[¶12] There are claims, however, that are typical only for a certain group of Plaintiffs, such as claims that relate to female plaintiffs, to those plaintiffs in need of mental health services and those plaintiffs in need of special education. (fn3) This does not defeat a finding of typicality. Under Rule 23(c)(4) "an action may be brought or maintained as a class action with respect to certain issues, or ... a class may be divided into subclasses and each subclass treated as a class, and the provisions of this rule shall then be construed and applied accordingly." Therefore, the Court must determine if subclasses relating to these particular claims may be certified under 23(a).
[¶13] 1. Subclass of Female Plaintiffs.
[¶14] The first subclass consists of female plaintiffs claiming a violation of their right to privacy as a result of the presence of male staff in the showers and the stripping of female plaintiffs with the participation of male staff members. Defendants argue that any claims regarding the Female Secured Unit ("FSU") are moot because the unit was closed on May 1, 2000, there are no plans to reopen the FSU, and there are currently no females remaining at Plankinton. Although there may be no current plans to reopen the FSU, it not clear that the closure is permanent. Indeed, the Defendants admit that the cells in the FSU are still being used as necessary. Therefore, if the female Plaintiffs' claims have merit, the rights of any females placed at Plankinton in the future will be affected. At this time these claims are not moot.
[¶15] This subclass meets the requirements of 23(a). (fn4) Although there are currently no females at Plankinton the numerosity requirement is still met because the class includes any female juveniles to be placed at Plankinton in the future. As noted, "[j]oinder of unknown persons is impracticable." See Atkins, 595 FSupp at 105. Rule 23(a)(2) is met because there is a common question between the members of this subclass, namely: whether the conditions, policies and practices named above which affect the female juveniles in particular at Plankinton, amount to a violation of these female Plaintiffs' constitutional right to privacy. In addition, Rule 23(a)(3) is met because the claims of the female Plaintiffs are typical of the claims of the other female members of the class. According to the Defendants, two of the female Plaintiffs, Shannon D. and Patricia B., both testified to being stripped in the presence of male staff. The factual variations in the Plaintiffs' experiences do not preclude a finding of typicality. All female Plaintiffs were potentially subject to the conditions and practices objected to, and as their overriding claim of constitutional deprivation is the same, there claims are based on the same legal theory.
[¶16] 2. Subclasses of Plaintiffs Requiring Mental Health Care and Plaintiffs Requiring Special Education.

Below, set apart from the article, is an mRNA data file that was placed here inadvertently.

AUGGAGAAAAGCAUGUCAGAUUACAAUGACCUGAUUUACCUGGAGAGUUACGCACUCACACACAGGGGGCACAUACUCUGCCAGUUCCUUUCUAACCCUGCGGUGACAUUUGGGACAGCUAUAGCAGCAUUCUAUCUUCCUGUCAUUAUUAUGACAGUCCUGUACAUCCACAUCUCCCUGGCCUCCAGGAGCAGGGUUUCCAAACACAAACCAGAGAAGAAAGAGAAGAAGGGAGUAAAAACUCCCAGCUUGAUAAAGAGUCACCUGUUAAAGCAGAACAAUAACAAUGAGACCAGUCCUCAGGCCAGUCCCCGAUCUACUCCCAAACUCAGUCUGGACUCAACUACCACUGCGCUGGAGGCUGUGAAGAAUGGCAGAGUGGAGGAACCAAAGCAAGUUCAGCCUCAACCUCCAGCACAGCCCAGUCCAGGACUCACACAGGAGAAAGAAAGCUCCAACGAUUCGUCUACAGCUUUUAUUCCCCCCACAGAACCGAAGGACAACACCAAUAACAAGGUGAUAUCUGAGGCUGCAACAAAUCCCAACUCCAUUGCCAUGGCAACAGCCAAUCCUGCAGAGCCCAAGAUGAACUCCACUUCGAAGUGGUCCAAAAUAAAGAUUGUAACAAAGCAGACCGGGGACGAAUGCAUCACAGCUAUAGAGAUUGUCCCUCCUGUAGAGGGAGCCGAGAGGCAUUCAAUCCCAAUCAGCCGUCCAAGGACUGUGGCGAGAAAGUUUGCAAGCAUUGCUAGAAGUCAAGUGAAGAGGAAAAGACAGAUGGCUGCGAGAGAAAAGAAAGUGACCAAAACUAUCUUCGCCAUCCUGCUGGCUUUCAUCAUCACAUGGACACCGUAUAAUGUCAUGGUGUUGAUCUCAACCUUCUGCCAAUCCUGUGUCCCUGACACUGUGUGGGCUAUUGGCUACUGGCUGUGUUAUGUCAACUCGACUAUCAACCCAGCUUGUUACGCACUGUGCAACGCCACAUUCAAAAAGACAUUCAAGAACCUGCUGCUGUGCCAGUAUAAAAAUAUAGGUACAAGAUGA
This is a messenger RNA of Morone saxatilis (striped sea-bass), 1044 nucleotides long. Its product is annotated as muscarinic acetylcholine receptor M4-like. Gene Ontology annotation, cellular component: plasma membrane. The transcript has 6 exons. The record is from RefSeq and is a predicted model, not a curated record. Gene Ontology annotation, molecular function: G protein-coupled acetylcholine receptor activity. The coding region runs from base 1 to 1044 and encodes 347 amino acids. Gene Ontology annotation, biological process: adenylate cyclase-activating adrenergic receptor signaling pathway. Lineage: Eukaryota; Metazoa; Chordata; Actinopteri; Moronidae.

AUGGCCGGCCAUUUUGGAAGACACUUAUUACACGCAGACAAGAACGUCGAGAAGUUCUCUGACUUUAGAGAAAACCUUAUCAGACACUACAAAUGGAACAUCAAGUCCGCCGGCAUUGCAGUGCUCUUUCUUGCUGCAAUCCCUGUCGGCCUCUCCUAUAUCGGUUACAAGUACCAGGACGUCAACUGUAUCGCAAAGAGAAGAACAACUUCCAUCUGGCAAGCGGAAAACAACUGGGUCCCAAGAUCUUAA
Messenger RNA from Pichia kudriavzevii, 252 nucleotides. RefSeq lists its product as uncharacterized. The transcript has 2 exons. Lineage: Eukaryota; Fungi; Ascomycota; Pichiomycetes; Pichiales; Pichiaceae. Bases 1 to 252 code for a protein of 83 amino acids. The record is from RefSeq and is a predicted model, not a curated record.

[¶17] The other two subclasses will be discussed together. One class involves plaintiffs suffering from mental illness who require mental health care. The other class involves plaintiffs in need of special education. Defendants acknowledge that these claims would be proper for class certification but argue that these subclasses do not meet the numerosity requirement. Defendants claim that there are 35 juveniles receiving psychiatric care and 24 juveniles in individual education plans. Defendants forget, however, that the class includes all those juveniles placed at Plankinton in the future who may be in need of mental health care or special education. Again, the Court notes that the anonymity of these Plaintiffs makes joinder impracticable. As a result, the numerosity requirement is met.
[¶18] D. Fair and Adequate Representa-tives.
[¶19] The fourth requirement of Rule 23(a) states that the representative parties must "fairly and adequately protect the interests of the class." The Eighth Circuit has found that the focus of this requirement is whether: "(1) the class representatives have common interests with the members of the class, and (2) whether the class representatives will vigorously prosecute the interests of the class through qualified counsel." See Paxton, 688 F2d at 562-63. The Plaintiffs are all seeking the same injunctive relief. There are no individual claims. Their interests are only common and the Court does not foresee any real possibility of conflicts between the named Plaintiffs and the other members of the class.
[¶20] Defendants claim, however, that the Plaintiffs are not adequate representatives for several reasons. First, that four of the named Plaintiffs have been transferred out of Plankinton and therefore, are not proper representatives. Second, that two of the named Plaintiffs are 18 years of age and are no longer under the jurisdiction of the Department of Corrections ("DOC"). Third, that the Plaintiffs do not understand their roles as Plaintiffs in this case.
[¶21] The fact that four Plaintiffs, Patricia B., Christina A., Philip C. and Carl F., have been transferred does not make them inadequate representatives. "When the claim on the merits is 'capable of repetition, yet evading review,' the named plaintiff may litigate the class certification issue despite loss of his personal stake in the outcome of the litigation." See United States Parole Commission v. Geraghty, 445 US 388, 398 (1980). The "capable of repetition, yet evading review" doctrine is applied "where the named plaintiff does have a personal stake at the outset of the lawsuit, and where the claim may arise again with respect to that plaintiff." Id. Defendants have the power under South Dakota law 26-11A-9 to transfer juveniles between different facilities. SDCL 26-11A-9 (1999). Even if these four Plaintiffs lost their personal stake as a result of their transfer, under SDCL 26-11A-9, just as these four Plaintiffs were transferred out of Plankinton, they could be transferred back to Plankinton and become subject once again to the conditions, policies and practices they now object to. "Since a litigant faces some likelihood of becoming involved in the same controversy in the future, vigorous advocacy can be expected to continue." See Geraghty, 445 US at 398. Therefore, even if the four named Plaintiffs that have been removed from Plankinton have lost their personal stake, they may still be representatives of the class. (fn5)